Phosphatidylcholine Benefits and  Liver Health

The liver is the body’s largest organ and is responsible for removing harmful substances from the blood. When the liver becomes damaged, it can no longer function correctly. Phosphatidylcholine supplements may help reduce liver disease symptoms by slowing down or reversing liver damage. Phosphatidylcholine may also improve the liver’s ability to remove toxins from the blood, preventing them from accumulating in other body parts. Fatty liver disease is characterized by an accumulation of fat in the liver. Recent studies have shown that long-term use of phosphatidylcholine supplements can reduce fatty liver disease symptoms by reducing liver damage and improving the way the liver removes toxins from the blood.

 Phosphatidylcholine and Heart Health

Phosphatidylcholine supplements may help reduce the risk of heart disease by lowering LDL “bad” cholesterol levels and improving HDL “good” cholesterol levels. It also helps protect against heart attacks and cardiovascular disease by decreasing the number of fat deposits that can clog coronary arteries.

 Phosphatidylcholine Benefits Help  Memory 

Phosphatidylcholine can help improve memory and attention span in people with degenerative brain disorders. It may also help improve memory, concentration and focus in people with Down syndrome and other types of mental impairment.

Phosphatidylcholine Benefits and  Digestion
Phosphatidylcholine is used to produce bile acids, which help digest fats. It also inhibits the breakdown of fat-soluble vitamins A, D, E, and K. Phosphatidylcholine is used to produce bile acids, which help the digestion of fats. It also inhibits the breakdown of fat-soluble vitamins A, D, E, and K. Ulcerative colitis, a chronic inflammatory disease of the colon, is characterized by diarrhea, abdominal pain and cramping, and bleeding. Phosphatidylcholine helps reduce the symptoms of ulcerative colitis. It may help improve symptoms of irritable bowel syndrome (IBS). Phosphatidylcholine may also help reduce the symptoms of gallbladder disease.

Phosphatidylcholine  Benefits and and Fat Metabolism
Phosphatidylcholine is used in the breakdown of fats.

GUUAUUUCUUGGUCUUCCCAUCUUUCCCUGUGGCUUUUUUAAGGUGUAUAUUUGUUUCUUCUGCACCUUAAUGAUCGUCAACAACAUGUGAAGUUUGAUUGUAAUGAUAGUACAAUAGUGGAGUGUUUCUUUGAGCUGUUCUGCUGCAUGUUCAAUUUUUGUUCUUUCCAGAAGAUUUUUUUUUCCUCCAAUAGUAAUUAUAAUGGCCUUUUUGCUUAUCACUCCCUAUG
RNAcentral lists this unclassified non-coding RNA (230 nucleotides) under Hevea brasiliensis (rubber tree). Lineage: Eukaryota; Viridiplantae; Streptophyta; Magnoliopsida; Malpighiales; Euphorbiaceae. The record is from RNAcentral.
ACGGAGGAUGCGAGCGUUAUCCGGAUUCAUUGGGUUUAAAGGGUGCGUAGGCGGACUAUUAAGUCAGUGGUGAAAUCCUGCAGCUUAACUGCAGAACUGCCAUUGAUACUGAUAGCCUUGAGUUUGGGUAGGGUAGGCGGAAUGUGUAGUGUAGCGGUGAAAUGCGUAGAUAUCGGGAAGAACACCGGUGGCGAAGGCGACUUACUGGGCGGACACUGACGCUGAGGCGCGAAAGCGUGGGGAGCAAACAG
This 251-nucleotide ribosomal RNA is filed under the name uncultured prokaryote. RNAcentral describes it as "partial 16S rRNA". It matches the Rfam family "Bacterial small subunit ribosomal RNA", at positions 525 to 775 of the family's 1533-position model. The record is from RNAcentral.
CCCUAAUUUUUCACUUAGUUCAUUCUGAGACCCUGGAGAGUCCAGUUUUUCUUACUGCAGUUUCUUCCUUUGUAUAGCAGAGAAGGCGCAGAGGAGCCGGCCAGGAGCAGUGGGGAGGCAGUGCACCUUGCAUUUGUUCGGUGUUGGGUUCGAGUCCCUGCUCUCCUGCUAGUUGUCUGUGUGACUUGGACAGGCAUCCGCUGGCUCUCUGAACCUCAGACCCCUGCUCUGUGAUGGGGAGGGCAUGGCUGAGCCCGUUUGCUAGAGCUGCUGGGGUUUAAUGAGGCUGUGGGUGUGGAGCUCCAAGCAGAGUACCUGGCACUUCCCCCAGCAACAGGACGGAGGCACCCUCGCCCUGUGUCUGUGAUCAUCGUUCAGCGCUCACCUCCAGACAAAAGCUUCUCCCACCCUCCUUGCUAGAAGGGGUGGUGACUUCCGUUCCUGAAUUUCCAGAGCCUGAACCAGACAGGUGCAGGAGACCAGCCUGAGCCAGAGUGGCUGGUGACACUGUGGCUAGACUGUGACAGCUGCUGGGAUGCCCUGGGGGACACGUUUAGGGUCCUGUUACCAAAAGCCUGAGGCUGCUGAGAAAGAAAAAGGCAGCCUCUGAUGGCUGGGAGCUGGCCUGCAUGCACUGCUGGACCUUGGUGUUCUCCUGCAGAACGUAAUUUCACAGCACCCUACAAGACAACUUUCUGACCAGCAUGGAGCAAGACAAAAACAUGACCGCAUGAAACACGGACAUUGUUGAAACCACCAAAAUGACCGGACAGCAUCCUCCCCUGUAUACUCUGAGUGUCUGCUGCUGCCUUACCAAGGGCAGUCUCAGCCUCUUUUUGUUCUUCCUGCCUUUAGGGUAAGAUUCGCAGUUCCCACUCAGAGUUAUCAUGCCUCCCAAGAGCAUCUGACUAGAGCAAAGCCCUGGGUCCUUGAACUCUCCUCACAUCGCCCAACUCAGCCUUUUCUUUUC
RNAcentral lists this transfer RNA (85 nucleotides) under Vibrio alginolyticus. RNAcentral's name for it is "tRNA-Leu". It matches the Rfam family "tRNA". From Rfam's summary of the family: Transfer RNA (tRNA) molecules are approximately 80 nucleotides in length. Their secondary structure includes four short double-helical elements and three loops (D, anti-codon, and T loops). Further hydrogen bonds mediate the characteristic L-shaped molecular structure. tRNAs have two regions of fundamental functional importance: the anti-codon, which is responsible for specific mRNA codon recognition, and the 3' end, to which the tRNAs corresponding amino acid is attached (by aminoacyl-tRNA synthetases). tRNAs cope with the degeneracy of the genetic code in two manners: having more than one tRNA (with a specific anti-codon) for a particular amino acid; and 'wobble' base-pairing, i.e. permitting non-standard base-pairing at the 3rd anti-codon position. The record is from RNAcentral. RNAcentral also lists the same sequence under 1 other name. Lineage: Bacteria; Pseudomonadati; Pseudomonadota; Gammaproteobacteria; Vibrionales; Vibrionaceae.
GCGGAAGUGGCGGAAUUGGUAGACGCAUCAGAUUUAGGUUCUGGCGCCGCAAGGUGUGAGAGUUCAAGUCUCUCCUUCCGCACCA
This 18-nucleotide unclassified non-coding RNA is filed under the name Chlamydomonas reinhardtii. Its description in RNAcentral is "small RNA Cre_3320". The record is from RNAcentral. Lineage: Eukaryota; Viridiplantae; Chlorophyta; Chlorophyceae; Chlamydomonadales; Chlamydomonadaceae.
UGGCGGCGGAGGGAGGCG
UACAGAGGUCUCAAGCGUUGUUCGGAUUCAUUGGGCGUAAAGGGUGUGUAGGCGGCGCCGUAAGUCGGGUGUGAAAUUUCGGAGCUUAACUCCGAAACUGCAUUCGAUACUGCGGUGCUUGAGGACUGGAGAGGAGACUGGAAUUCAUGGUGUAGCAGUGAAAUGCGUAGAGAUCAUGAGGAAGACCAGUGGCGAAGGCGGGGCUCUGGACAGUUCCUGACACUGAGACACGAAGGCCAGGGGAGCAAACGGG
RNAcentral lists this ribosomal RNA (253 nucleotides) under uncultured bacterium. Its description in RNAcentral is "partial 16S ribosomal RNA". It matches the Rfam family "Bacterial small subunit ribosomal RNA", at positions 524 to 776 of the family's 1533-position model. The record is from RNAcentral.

Phosphatidylcholine Benefits  and Energy Production
The breakdown of phosphatidylcholine results in energy production through aerobic metabolism.

Phosphatidylcholine Benefits and Muscle Metabolism Phosphatidylcholine produces acetylcholine, which helps with muscle contraction and relaxation.

In conclusion, phosphatidylserine and phosphatidylcholine benefits are many, but depending on the person’s needs, one may be better. Phosphatidylserine is good for cognitive function and memory, while phosphatidylcholine is good for cardiovascular health and liver function. Speak with a doctor to see which phospholipid would be best for you.

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About Author

Picture of  Ava Bell-Taylor, M.D

Ava Bell-Taylor, M.D

Ava Bell-Taylor, M.D., originally from Atlanta, Georgia, received her Bachelor of Science degree from Spelman College. She later received her medical degree from Morehouse School of Medicine. She completed her Family Practice training at Floyd Medical Center in Rome, Georgia and her psychiatry residency at Emory University School of Medicine. Dr. Bell-Taylor has extensive post-graduate medical training in Functional, Integrative, and Anti-Aging Medicine. She is certified in Functional Medicine. Ava Bell-Taylor, M.D. is a holistic doctor with a focus on functional and integrative medicine. Combining functional medicine with her knowledge of conventional medicine has enabled Dr. Bell-Taylor to help many patients suffering from depression, anxiety, insomnia, attention-deficient, dementia, and eating disorders. Dr. Bell-Taylor specializes in functional medicine with a special emphasis on how hormone disorders, environmental factors, lifestyle choices, and nutritional deficiencies contribute to brain dysfunction, like depression, attention deficiency, anxiety, insomnia, dementia, and other chronic medical illnesses. Dr. Ava Bell- Taylor is the co-author with her husband, Eldred B, Taylor, M.D, of two must-read books, Are Your Hormone Making You Sick? and The Stress Connection: How Adrenal Gland Dysfunction Effects Your Health.